Government Offensive Triggers Taliban Reprisal Attacks in Pakistan’s Mohmand Agency

Publication: Terrorism Monitor Volume: 9 Issue: 8

A soldier in the Mohmand Agency.

The ongoing anti-Taliban offensive in Pakistan’s Mohmand Agency has triggered a humanitarian emergency in the Federally Administered Tribal Areas (FATA) as well as the prompting of Taliban militants to carry out revenge attacks against security forces beyond the zone of operations. Thousands of civilians have fled the region since late January as search and sweep operations continue, accompanied by heavy aerial bombing, artillery fire and ground assaults. Pakistan’s military started the operation with the objective of clearing the Saafi, Khwezai, Pendialay and Ambar areas of Mohmand, where heavy concentrations of Taliban militants have been reported in recent months (The Nation [Islamabad], January 29). According to intelligence inputs, these tribal pockets have become a sanctuary for Taliban militants and other criminal elements that have fled military operations in Waziristan, Bajaur, Swat and elsewhere in the semi-autonomous tribal belt.

Over 50,000 people have been displaced so far and are presently sheltered in two UN-sponsored refugee camps. [1] The United Nations refugee agency warned that military operations could displace up to 90,000 people by the end of February if the fighting intensifies (Pakistan Today, February 6). Mohmand Agency is one of the seven tribal agencies of FATA and has been under the control of the Tehrik-e-Taliban (TTP) since July 2007, when Taliban militants seized the Turangzai Sahib Mosque (named for a prominent Pashtun religious leader who led anti-colonial efforts in the early 20th century) and a nearby shrine in Lakaro. Militants painted the mosque red in emulation of Islamabad’s Lal Masjid (Red Mosque) and vowed to continue the anti-government legacy of cleric Maulana Abdul Rashid Ghazi, who was killed in the 2007 siege of Lal Masjid (Dawn, July 30, 2007; August 2, 2007).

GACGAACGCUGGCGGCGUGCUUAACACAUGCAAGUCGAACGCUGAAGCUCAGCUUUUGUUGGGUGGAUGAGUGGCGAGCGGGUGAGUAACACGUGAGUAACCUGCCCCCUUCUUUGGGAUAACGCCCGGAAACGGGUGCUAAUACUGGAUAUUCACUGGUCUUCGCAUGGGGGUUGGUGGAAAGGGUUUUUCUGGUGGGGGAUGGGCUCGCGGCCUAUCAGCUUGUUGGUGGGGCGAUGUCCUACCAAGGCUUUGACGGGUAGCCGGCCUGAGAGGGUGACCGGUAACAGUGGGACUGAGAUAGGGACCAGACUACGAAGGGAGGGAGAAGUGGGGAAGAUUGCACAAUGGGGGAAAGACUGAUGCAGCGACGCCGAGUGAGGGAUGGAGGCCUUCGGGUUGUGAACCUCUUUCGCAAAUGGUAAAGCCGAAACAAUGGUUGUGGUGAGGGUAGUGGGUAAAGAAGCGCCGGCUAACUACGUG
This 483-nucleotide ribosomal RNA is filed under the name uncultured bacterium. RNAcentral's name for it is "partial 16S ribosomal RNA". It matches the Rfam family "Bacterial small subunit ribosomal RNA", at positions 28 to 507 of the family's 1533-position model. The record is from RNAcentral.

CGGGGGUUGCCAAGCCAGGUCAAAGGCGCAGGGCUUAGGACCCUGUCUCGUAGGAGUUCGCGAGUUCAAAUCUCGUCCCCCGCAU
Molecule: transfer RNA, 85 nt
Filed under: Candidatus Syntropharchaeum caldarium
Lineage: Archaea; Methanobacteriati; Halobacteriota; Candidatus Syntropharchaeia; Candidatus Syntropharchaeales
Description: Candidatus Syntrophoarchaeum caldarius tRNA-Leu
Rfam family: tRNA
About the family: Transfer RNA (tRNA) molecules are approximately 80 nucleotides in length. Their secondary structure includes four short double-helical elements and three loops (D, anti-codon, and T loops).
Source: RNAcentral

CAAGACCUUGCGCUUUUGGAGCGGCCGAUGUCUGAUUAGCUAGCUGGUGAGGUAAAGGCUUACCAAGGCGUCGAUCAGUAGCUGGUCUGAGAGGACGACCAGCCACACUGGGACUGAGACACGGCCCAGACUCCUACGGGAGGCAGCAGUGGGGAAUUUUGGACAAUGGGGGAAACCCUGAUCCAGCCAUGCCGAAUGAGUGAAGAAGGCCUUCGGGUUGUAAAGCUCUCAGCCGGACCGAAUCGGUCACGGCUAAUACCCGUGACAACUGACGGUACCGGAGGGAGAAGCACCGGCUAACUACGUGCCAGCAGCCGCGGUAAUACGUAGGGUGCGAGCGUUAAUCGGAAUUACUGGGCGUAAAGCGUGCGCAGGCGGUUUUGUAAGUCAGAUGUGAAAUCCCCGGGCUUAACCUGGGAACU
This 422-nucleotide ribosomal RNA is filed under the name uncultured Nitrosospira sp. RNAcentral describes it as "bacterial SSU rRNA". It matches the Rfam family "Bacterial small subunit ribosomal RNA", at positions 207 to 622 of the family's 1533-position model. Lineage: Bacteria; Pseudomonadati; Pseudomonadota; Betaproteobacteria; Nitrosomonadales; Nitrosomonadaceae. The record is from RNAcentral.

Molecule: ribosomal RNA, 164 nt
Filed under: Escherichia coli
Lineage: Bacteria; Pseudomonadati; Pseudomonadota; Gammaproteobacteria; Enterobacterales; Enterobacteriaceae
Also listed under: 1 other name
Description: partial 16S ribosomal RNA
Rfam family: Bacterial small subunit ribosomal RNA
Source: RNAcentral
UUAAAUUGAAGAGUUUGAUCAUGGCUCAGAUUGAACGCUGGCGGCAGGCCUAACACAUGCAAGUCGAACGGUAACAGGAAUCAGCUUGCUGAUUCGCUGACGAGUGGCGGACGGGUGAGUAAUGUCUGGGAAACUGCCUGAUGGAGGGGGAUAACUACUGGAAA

The Mohmand chapter of the TTP is headed by Omar Khalid (a.k.a. Abdul Wali Raghib). Mohmand has become a hub for al-Qaeda and Taliban militants and is often used as a training ground for new recruits. The inaccessibility of the region and its proximity to the Afghanistan border make Mohmand Agency a safe haven for militants who escaped military operations in Afghanistan and elsewhere in Pakistan’s tribal region.